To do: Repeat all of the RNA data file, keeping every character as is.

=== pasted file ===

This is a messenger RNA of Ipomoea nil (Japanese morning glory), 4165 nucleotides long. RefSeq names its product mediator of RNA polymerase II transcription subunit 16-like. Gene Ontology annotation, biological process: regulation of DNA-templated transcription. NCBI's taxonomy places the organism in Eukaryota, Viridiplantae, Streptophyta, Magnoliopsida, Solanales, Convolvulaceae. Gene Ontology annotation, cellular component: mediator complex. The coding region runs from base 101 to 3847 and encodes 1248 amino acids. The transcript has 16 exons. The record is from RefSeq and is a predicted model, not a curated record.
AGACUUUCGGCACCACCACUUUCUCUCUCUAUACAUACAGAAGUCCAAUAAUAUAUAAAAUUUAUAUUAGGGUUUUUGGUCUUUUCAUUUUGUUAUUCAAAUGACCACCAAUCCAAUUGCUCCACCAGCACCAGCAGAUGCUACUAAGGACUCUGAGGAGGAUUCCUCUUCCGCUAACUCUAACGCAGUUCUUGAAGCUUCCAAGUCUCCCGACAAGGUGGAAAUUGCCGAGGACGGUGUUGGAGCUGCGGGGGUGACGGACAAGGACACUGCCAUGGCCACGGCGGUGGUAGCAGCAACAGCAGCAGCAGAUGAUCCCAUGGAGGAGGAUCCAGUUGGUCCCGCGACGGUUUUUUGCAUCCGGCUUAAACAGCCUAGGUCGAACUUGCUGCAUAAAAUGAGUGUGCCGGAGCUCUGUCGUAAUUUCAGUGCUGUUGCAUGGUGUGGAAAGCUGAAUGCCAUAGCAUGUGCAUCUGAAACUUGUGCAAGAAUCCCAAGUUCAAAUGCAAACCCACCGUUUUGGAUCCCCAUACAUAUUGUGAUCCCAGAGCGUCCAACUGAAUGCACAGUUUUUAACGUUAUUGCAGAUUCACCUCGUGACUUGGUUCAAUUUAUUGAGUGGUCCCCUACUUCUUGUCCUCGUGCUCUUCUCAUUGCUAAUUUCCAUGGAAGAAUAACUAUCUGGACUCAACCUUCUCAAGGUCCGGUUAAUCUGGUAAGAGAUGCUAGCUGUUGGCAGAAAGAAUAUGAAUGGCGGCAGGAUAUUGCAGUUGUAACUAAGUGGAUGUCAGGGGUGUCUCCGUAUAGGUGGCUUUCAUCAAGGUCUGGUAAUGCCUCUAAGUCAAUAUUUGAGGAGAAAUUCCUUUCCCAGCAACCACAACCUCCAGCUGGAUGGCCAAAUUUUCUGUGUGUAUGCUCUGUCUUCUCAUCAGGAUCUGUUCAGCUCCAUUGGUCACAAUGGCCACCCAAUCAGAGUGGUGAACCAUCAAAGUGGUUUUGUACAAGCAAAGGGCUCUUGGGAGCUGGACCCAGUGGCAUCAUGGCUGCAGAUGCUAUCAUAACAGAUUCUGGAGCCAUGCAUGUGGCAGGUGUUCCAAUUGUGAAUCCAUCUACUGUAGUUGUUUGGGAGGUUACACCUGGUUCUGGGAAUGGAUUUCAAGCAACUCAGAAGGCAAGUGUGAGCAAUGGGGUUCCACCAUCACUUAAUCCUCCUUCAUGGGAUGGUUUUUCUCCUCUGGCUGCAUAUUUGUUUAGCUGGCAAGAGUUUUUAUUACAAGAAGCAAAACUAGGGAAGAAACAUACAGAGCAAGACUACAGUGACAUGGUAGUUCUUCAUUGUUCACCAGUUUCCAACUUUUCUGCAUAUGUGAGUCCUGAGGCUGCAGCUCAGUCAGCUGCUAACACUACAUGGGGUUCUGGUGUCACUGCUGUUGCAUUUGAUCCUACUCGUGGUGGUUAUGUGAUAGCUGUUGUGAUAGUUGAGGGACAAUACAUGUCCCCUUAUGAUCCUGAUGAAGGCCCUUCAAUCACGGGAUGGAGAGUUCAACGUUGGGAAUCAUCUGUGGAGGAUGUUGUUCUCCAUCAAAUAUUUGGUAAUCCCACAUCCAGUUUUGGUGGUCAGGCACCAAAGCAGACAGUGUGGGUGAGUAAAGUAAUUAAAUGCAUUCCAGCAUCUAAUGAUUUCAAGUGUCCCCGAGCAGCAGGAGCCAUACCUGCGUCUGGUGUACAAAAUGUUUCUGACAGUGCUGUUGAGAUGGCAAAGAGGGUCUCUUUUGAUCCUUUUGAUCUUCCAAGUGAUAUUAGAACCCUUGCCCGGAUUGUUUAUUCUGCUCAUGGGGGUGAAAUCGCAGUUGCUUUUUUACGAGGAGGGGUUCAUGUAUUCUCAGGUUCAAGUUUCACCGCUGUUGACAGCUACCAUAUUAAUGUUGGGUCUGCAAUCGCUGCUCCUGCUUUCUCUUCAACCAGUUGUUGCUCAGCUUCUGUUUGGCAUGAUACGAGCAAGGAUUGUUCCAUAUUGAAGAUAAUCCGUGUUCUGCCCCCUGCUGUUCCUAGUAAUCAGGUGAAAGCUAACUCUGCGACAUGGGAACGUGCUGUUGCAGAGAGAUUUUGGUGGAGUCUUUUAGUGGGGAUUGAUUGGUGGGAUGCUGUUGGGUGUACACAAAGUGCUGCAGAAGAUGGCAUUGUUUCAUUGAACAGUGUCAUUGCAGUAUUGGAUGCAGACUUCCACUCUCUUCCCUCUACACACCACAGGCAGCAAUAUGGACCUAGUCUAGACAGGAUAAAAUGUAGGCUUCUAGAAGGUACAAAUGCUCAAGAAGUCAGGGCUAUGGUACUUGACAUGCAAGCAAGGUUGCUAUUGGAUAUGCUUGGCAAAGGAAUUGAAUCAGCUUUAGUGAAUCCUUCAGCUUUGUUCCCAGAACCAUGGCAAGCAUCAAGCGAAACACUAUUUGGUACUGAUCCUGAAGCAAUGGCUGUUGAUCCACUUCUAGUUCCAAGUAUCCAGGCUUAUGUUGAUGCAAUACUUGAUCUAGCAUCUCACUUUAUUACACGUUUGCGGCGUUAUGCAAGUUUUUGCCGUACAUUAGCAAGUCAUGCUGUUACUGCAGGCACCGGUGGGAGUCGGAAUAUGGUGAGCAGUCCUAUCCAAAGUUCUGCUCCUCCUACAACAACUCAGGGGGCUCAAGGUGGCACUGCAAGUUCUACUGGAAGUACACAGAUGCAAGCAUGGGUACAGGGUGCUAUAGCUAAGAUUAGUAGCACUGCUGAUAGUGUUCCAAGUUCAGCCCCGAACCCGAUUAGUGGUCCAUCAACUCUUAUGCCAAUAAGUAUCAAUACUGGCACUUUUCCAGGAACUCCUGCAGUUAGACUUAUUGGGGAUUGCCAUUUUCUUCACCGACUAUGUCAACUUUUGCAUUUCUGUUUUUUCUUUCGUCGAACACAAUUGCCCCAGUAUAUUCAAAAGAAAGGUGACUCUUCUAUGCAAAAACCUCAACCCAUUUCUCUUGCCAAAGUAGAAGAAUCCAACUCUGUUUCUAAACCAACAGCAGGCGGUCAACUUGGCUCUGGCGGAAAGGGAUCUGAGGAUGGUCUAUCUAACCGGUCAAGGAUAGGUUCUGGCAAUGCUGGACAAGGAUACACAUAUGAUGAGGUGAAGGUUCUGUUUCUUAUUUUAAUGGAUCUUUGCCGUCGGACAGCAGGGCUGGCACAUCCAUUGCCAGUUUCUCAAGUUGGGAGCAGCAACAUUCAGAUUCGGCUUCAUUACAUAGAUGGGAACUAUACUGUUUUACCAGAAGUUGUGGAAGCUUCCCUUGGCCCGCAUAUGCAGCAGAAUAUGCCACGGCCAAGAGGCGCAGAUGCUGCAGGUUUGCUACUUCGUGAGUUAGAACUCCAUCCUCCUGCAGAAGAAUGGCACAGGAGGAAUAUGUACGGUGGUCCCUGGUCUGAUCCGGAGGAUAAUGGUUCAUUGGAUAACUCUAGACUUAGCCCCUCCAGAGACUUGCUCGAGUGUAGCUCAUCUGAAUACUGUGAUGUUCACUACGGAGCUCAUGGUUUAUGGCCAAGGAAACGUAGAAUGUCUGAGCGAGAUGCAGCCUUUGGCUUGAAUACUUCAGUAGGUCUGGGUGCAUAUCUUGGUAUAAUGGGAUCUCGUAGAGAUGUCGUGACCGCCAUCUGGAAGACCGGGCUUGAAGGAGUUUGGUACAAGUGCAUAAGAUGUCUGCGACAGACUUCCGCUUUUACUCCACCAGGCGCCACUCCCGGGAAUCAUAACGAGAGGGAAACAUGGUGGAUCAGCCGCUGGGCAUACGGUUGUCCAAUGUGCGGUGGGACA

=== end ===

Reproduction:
This is a messenger RNA of Ipomoea nil (Japanese morning glory), 4165 nucleotides long. RefSeq names its product mediator of RNA polymerase II transcription subunit 16-like. Gene Ontology annotation, biological process: regulation of DNA-templated transcription. NCBI's taxonomy places the organism in Eukaryota, Viridiplantae, Streptophyta, Magnoliopsida, Solanales, Convolvulaceae. Gene Ontology annotation, cellular component: mediator complex. The coding region runs from base 101 to 3847 and encodes 1248 amino acids. The transcript has 16 exons. The record is from RefSeq and is a predicted model, not a curated record.
AGACUUUCGGCACCACCACUUUCUCUCUCUAUACAUACAGAAGUCCAAUAAUAUAUAAAAUUUAUAUUAGGGUUUUUGGUCUUUUCAUUUUGUUAUUCAAAUGACCACCAAUCCAAUUGCUCCACCAGCACCAGCAGAUGCUACUAAGGACUCUGAGGAGGAUUCCUCUUCCGCUAACUCUAACGCAGUUCUUGAAGCUUCCAAGUCUCCCGACAAGGUGGAAAUUGCCGAGGACGGUGUUGGAGCUGCGGGGGUGACGGACAAGGACACUGCCAUGGCCACGGCGGUGGUAGCAGCAACAGCAGCAGCAGAUGAUCCCAUGGAGGAGGAUCCAGUUGGUCCCGCGACGGUUUUUUGCAUCCGGCUUAAACAGCCUAGGUCGAACUUGCUGCAUAAAAUGAGUGUGCCGGAGCUCUGUCGUAAUUUCAGUGCUGUUGCAUGGUGUGGAAAGCUGAAUGCCAUAGCAUGUGCAUCUGAAACUUGUGCAAGAAUCCCAAGUUCAAAUGCAAACCCACCGUUUUGGAUCCCCAUACAUAUUGUGAUCCCAGAGCGUCCAACUGAAUGCACAGUUUUUAACGUUAUUGCAGAUUCACCUCGUGACUUGGUUCAAUUUAUUGAGUGGUCCCCUACUUCUUGUCCUCGUGCUCUUCUCAUUGCUAAUUUCCAUGGAAGAAUAACUAUCUGGACUCAACCUUCUCAAGGUCCGGUUAAUCUGGUAAGAGAUGCUAGCUGUUGGCAGAAAGAAUAUGAAUGGCGGCAGGAUAUUGCAGUUGUAACUAAGUGGAUGUCAGGGGUGUCUCCGUAUAGGUGGCUUUCAUCAAGGUCUGGUAAUGCCUCUAAGUCAAUAUUUGAGGAGAAAUUCCUUUCCCAGCAACCACAACCUCCAGCUGGAUGGCCAAAUUUUCUGUGUGUAUGCUCUGUCUUCUCAUCAGGAUCUGUUCAGCUCCAUUGGUCACAAUGGCCACCCAAUCAGAGUGGUGAACCAUCAAAGUGGUUUUGUACAAGCAAAGGGCUCUUGGGAGCUGGACCCAGUGGCAUCAUGGCUGCAGAUGCUAUCAUAACAGAUUCUGGAGCCAUGCAUGUGGCAGGUGUUCCAAUUGUGAAUCCAUCUACUGUAGUUGUUUGGGAGGUUACACCUGGUUCUGGGAAUGGAUUUCAAGCAACUCAGAAGGCAAGUGUGAGCAAUGGGGUUCCACCAUCACUUAAUCCUCCUUCAUGGGAUGGUUUUUCUCCUCUGGCUGCAUAUUUGUUUAGCUGGCAAGAGUUUUUAUUACAAGAAGCAAAACUAGGGAAGAAACAUACAGAGCAAGACUACAGUGACAUGGUAGUUCUUCAUUGUUCACCAGUUUCCAACUUUUCUGCAUAUGUGAGUCCUGAGGCUGCAGCUCAGUCAGCUGCUAACACUACAUGGGGUUCUGGUGUCACUGCUGUUGCAUUUGAUCCUACUCGUGGUGGUUAUGUGAUAGCUGUUGUGAUAGUUGAGGGACAAUACAUGUCCCCUUAUGAUCCUGAUGAAGGCCCUUCAAUCACGGGAUGGAGAGUUCAACGUUGGGAAUCAUCUGUGGAGGAUGUUGUUCUCCAUCAAAUAUUUGGUAAUCCCACAUCCAGUUUUGGUGGUCAGGCACCAAAGCAGACAGUGUGGGUGAGUAAAGUAAUUAAAUGCAUUCCAGCAUCUAAUGAUUUCAAGUGUCCCCGAGCAGCAGGAGCCAUACCUGCGUCUGGUGUACAAAAUGUUUCUGACAGUGCUGUUGAGAUGGCAAAGAGGGUCUCUUUUGAUCCUUUUGAUCUUCCAAGUGAUAUUAGAACCCUUGCCCGGAUUGUUUAUUCUGCUCAUGGGGGUGAAAUCGCAGUUGCUUUUUUACGAGGAGGGGUUCAUGUAUUCUCAGGUUCAAGUUUCACCGCUGUUGACAGCUACCAUAUUAAUGUUGGGUCUGCAAUCGCUGCUCCUGCUUUCUCUUCAACCAGUUGUUGCUCAGCUUCUGUUUGGCAUGAUACGAGCAAGGAUUGUUCCAUAUUGAAGAUAAUCCGUGUUCUGCCCCCUGCUGUUCCUAGUAAUCAGGUGAAAGCUAACUCUGCGACAUGGGAACGUGCUGUUGCAGAGAGAUUUUGGUGGAGUCUUUUAGUGGGGAUUGAUUGGUGGGAUGCUGUUGGGUGUACACAAAGUGCUGCAGAAGAUGGCAUUGUUUCAUUGAACAGUGUCAUUGCAGUAUUGGAUGCAGACUUCCACUCUCUUCCCUCUACACACCACAGGCAGCAAUAUGGACCUAGUCUAGACAGGAUAAAAUGUAGGCUUCUAGAAGGUACAAAUGCUCAAGAAGUCAGGGCUAUGGUACUUGACAUGCAAGCAAGGUUGCUAUUGGAUAUGCUUGGCAAAGGAAUUGAAUCAGCUUUAGUGAAUCCUUCAGCUUUGUUCCCAGAACCAUGGCAAGCAUCAAGCGAAACACUAUUUGGUACUGAUCCUGAAGCAAUGGCUGUUGAUCCACUUCUAGUUCCAAGUAUCCAGGCUUAUGUUGAUGCAAUACUUGAUCUAGCAUCUCACUUUAUUACACGUUUGCGGCGUUAUGCAAGUUUUUGCCGUACAUUAGCAAGUCAUGCUGUUACUGCAGGCACCGGUGGGAGUCGGAAUAUGGUGAGCAGUCCUAUCCAAAGUUCUGCUCCUCCUACAACAACUCAGGGGGCUCAAGGUGGCACUGCAAGUUCUACUGGAAGUACACAGAUGCAAGCAUGGGUACAGGGUGCUAUAGCUAAGAUUAGUAGCACUGCUGAUAGUGUUCCAAGUUCAGCCCCGAACCCGAUUAGUGGUCCAUCAACUCUUAUGCCAAUAAGUAUCAAUACUGGCACUUUUCCAGGAACUCCUGCAGUUAGACUUAUUGGGGAUUGCCAUUUUCUUCACCGACUAUGUCAACUUUUGCAUUUCUGUUUUUUCUUUCGUCGAACACAAUUGCCCCAGUAUAUUCAAAAGAAAGGUGACUCUUCUAUGCAAAAACCUCAACCCAUUUCUCUUGCCAAAGUAGAAGAAUCCAACUCUGUUUCUAAACCAACAGCAGGCGGUCAACUUGGCUCUGGCGGAAAGGGAUCUGAGGAUGGUCUAUCUAACCGGUCAAGGAUAGGUUCUGGCAAUGCUGGACAAGGAUACACAUAUGAUGAGGUGAAGGUUCUGUUUCUUAUUUUAAUGGAUCUUUGCCGUCGGACAGCAGGGCUGGCACAUCCAUUGCCAGUUUCUCAAGUUGGGAGCAGCAACAUUCAGAUUCGGCUUCAUUACAUAGAUGGGAACUAUACUGUUUUACCAGAAGUUGUGGAAGCUUCCCUUGGCCCGCAUAUGCAGCAGAAUAUGCCACGGCCAAGAGGCGCAGAUGCUGCAGGUUUGCUACUUCGUGAGUUAGAACUCCAUCCUCCUGCAGAAGAAUGGCACAGGAGGAAUAUGUACGGUGGUCCCUGGUCUGAUCCGGAGGAUAAUGGUUCAUUGGAUAACUCUAGACUUAGCCCCUCCAGAGACUUGCUCGAGUGUAGCUCAUCUGAAUACUGUGAUGUUCACUACGGAGCUCAUGGUUUAUGGCCAAGGAAACGUAGAAUGUCUGAGCGAGAUGCAGCCUUUGGCUUGAAUACUUCAGUAGGUCUGGGUGCAUAUCUUGGUAUAAUGGGAUCUCGUAGAGAUGUCGUGACCGCCAUCUGGAAGACCGGGCUUGAAGGAGUUUGGUACAAGUGCAUAAGAUGUCUGCGACAGACUUCCGCUUUUACUCCACCAGGCGCCACUCCCGGGAAUCAUAACGAGAGGGAAACAUGGUGGAUCAGCCGCUGGGCAUACGGUUGUCCAAUGUGCGGUGGGACA